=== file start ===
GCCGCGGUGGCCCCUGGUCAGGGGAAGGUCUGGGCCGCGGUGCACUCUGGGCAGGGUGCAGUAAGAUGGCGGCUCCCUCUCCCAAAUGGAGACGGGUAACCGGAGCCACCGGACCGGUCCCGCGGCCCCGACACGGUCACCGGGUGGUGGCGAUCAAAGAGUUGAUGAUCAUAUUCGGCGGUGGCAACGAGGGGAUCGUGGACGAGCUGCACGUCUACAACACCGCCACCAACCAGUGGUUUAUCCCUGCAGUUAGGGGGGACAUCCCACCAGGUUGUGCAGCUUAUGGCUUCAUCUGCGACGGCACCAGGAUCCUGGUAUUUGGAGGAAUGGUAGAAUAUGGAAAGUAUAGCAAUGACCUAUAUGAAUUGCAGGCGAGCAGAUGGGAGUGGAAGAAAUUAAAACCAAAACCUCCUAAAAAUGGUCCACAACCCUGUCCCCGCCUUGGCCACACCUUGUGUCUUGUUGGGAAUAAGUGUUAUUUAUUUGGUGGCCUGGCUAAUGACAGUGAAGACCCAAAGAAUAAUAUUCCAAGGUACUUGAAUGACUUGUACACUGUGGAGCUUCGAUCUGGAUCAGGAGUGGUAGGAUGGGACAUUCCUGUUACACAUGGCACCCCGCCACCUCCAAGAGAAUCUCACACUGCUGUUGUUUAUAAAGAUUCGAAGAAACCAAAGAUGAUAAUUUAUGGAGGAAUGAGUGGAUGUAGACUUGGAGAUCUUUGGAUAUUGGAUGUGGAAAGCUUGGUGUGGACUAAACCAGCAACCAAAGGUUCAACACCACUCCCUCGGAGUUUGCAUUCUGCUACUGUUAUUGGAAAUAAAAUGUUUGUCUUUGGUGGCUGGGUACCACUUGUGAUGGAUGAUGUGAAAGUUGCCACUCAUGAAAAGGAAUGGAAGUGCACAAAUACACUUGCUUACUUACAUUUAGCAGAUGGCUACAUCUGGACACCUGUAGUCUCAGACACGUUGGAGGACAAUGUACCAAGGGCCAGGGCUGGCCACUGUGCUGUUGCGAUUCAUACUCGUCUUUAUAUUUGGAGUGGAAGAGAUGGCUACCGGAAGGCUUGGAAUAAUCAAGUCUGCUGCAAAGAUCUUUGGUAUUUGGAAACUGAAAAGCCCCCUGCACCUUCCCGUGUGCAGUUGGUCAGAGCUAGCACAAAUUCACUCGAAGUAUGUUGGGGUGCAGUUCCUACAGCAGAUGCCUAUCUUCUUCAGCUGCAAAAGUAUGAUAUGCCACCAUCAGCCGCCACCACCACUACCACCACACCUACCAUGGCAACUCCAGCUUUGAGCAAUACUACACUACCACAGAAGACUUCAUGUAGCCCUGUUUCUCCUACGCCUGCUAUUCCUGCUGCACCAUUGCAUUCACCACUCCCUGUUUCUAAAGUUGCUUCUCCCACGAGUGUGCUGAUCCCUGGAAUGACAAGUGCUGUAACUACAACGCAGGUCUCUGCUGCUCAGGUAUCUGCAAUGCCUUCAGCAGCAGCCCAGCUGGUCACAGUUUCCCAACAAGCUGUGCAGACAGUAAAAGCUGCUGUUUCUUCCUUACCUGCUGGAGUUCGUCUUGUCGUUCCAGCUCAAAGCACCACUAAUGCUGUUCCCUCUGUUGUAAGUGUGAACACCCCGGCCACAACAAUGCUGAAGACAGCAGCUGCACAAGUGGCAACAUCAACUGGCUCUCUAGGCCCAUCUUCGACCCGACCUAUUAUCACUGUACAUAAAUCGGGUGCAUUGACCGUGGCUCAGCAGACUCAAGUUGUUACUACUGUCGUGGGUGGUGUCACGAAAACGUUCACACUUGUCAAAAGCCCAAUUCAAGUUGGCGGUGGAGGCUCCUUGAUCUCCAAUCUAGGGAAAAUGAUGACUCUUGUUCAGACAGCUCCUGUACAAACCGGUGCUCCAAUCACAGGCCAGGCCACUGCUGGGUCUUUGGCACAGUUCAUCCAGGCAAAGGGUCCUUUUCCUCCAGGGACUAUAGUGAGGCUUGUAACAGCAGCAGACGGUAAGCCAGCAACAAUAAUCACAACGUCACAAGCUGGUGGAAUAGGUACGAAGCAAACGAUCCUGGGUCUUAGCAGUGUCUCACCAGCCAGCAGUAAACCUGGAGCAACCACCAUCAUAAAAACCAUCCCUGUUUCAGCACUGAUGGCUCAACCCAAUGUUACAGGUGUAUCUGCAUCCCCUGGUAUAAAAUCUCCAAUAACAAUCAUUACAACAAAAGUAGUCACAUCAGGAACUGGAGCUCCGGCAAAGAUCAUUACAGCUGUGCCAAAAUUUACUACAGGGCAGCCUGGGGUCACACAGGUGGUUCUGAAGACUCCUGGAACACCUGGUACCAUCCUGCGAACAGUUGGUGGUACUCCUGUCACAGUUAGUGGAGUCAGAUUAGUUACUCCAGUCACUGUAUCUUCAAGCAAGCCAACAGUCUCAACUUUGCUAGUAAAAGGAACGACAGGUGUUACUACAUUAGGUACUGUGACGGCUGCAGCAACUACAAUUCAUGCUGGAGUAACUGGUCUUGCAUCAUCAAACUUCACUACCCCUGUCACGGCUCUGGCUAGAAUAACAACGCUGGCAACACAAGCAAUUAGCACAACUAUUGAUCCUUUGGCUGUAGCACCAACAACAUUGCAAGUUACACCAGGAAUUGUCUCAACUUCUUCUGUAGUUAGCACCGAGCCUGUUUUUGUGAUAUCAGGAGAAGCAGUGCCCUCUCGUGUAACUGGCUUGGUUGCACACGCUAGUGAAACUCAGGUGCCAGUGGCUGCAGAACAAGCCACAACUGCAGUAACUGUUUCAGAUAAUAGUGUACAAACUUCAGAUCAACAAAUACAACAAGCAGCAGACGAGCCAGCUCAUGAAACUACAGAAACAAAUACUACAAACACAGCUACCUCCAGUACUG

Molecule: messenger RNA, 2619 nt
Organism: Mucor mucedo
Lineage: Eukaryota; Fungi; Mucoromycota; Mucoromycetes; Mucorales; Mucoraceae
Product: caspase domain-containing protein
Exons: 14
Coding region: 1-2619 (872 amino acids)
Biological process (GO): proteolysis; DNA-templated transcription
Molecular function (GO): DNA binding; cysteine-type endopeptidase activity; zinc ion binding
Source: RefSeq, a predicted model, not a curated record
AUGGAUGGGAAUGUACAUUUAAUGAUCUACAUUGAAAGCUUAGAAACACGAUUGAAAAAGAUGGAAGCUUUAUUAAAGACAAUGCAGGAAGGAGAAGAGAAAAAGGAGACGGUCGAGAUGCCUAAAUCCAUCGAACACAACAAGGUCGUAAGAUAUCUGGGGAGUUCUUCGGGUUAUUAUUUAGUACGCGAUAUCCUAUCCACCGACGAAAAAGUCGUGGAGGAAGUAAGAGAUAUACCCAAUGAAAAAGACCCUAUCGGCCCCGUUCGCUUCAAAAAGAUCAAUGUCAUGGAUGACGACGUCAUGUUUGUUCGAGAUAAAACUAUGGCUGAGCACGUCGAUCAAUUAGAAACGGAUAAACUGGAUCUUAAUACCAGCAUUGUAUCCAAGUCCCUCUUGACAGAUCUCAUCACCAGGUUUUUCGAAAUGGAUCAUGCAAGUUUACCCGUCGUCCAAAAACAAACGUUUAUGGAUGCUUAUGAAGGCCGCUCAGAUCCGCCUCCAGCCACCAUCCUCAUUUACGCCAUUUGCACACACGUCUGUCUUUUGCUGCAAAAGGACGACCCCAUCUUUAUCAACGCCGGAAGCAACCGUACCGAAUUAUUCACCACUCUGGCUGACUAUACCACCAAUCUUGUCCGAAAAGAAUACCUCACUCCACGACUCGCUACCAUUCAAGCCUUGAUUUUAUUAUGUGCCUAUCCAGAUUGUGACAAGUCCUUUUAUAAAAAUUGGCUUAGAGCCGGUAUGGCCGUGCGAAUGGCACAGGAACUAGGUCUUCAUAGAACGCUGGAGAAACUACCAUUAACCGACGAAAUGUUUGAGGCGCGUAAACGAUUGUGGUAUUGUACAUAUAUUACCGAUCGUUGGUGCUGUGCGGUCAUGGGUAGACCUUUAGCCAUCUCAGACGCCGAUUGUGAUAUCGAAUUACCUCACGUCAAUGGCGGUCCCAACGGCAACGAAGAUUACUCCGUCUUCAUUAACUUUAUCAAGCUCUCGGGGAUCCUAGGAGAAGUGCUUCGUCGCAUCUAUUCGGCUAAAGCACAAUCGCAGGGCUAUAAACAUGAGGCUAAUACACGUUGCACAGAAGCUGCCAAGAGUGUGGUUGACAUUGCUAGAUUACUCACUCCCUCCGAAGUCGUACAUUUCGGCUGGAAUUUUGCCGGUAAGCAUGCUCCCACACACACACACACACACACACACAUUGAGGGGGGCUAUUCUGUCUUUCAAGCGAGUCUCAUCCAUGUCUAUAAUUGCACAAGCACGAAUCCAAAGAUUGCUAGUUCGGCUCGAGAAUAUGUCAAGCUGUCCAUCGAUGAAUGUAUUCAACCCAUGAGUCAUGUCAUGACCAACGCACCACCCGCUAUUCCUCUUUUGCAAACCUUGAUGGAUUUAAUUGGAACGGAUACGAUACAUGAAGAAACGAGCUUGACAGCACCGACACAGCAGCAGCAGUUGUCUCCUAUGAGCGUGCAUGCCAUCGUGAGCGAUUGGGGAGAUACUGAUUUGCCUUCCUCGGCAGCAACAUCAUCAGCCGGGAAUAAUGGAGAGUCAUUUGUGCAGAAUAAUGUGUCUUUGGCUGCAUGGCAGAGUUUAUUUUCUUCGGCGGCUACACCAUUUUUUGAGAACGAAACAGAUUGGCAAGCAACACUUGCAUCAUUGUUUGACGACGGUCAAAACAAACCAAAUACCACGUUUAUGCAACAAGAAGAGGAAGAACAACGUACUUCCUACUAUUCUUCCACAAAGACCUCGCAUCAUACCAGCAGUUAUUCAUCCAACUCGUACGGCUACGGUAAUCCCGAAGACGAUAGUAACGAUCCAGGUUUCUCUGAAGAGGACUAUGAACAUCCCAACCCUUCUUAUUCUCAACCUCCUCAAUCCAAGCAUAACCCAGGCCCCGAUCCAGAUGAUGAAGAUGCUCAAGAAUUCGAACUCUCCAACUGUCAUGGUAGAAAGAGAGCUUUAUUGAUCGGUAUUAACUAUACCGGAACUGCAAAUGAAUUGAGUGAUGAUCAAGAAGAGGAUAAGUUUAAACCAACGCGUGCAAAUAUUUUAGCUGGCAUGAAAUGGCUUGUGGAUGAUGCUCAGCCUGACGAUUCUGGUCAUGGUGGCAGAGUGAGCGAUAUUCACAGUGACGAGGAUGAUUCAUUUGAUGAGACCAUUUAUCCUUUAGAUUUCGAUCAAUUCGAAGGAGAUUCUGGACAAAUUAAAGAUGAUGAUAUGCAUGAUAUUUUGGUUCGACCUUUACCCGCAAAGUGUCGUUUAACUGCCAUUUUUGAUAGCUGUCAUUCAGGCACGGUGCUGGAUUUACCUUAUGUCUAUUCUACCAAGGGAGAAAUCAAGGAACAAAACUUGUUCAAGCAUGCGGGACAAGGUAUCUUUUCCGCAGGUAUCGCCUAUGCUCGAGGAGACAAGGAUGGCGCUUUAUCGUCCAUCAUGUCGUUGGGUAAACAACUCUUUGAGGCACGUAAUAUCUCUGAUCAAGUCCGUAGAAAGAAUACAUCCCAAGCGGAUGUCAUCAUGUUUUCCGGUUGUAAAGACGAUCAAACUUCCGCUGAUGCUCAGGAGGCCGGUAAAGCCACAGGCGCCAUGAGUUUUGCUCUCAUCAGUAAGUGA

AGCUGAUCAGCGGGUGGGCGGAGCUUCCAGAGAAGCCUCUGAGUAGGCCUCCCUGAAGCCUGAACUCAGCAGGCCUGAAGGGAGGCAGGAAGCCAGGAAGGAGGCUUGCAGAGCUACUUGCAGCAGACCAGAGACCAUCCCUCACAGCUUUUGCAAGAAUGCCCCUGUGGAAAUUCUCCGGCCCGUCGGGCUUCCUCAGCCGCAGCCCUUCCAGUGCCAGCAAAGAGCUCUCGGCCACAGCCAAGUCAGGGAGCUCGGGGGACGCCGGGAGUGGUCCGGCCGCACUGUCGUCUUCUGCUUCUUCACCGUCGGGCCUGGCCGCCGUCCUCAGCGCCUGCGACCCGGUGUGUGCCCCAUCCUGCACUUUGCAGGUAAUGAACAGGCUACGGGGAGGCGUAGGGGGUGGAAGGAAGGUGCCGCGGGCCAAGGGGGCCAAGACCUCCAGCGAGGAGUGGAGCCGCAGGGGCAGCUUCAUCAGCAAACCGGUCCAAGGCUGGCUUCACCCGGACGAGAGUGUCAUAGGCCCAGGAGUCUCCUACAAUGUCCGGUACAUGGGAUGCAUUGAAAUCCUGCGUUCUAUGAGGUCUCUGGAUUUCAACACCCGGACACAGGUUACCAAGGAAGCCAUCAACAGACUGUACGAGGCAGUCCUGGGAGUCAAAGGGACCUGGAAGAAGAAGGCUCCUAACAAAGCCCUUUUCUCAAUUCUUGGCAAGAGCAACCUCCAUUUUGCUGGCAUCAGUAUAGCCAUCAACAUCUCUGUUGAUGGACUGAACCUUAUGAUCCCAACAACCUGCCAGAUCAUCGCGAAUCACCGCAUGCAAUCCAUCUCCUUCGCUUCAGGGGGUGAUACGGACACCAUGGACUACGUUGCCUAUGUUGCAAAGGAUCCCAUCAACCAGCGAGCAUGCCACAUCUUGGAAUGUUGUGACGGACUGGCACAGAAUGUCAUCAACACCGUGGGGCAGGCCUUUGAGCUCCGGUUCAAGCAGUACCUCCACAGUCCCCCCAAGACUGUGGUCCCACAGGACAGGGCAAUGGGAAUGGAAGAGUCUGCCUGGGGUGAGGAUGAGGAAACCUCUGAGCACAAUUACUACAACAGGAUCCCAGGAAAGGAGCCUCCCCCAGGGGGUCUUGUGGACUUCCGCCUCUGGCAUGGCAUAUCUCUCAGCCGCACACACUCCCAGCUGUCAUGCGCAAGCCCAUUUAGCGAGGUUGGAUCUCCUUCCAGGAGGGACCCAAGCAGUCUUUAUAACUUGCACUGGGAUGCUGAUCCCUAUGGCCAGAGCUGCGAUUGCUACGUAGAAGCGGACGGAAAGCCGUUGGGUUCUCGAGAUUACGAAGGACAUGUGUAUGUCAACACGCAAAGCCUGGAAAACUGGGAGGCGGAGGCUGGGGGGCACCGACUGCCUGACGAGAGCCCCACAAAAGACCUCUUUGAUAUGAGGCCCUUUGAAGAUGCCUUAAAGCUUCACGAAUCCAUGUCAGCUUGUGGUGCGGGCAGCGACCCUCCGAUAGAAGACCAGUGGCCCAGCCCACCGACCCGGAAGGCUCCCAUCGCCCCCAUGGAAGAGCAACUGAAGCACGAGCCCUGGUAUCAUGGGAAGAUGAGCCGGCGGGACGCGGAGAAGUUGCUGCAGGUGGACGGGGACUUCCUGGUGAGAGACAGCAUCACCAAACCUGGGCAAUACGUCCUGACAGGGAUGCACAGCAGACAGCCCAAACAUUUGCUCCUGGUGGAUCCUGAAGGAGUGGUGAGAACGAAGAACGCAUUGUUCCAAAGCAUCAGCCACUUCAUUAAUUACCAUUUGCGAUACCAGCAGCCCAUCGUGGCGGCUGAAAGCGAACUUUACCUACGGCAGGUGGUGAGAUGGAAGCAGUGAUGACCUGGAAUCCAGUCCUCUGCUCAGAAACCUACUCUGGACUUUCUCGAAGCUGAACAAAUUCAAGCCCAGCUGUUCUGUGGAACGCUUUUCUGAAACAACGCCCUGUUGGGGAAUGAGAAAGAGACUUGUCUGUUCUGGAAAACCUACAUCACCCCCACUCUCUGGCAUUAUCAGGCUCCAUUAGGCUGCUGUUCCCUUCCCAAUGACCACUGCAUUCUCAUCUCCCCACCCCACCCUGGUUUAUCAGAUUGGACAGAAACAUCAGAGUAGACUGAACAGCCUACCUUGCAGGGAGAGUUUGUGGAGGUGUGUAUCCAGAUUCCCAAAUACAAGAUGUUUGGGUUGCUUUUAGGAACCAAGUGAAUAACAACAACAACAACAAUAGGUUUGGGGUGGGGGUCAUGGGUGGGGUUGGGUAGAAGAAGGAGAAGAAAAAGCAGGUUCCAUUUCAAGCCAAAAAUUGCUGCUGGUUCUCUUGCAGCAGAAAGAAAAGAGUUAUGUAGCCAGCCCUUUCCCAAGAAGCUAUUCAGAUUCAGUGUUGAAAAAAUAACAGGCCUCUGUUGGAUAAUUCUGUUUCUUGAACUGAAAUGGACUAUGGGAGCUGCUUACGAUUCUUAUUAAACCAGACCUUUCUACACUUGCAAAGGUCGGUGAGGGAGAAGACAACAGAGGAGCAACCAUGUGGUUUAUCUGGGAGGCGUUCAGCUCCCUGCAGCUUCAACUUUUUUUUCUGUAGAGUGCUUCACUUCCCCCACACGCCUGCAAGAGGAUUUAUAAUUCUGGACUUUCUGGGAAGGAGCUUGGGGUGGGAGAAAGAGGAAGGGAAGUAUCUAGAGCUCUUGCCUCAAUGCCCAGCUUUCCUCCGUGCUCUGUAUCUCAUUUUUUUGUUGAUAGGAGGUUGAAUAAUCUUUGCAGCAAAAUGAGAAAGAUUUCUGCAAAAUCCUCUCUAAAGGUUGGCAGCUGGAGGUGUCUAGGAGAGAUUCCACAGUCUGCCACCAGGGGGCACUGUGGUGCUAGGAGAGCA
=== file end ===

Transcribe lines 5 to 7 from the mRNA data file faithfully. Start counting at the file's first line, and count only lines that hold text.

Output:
Product: caspase domain-containing protein
Exons: 14
Coding region: 1-2619 (872 amino acids)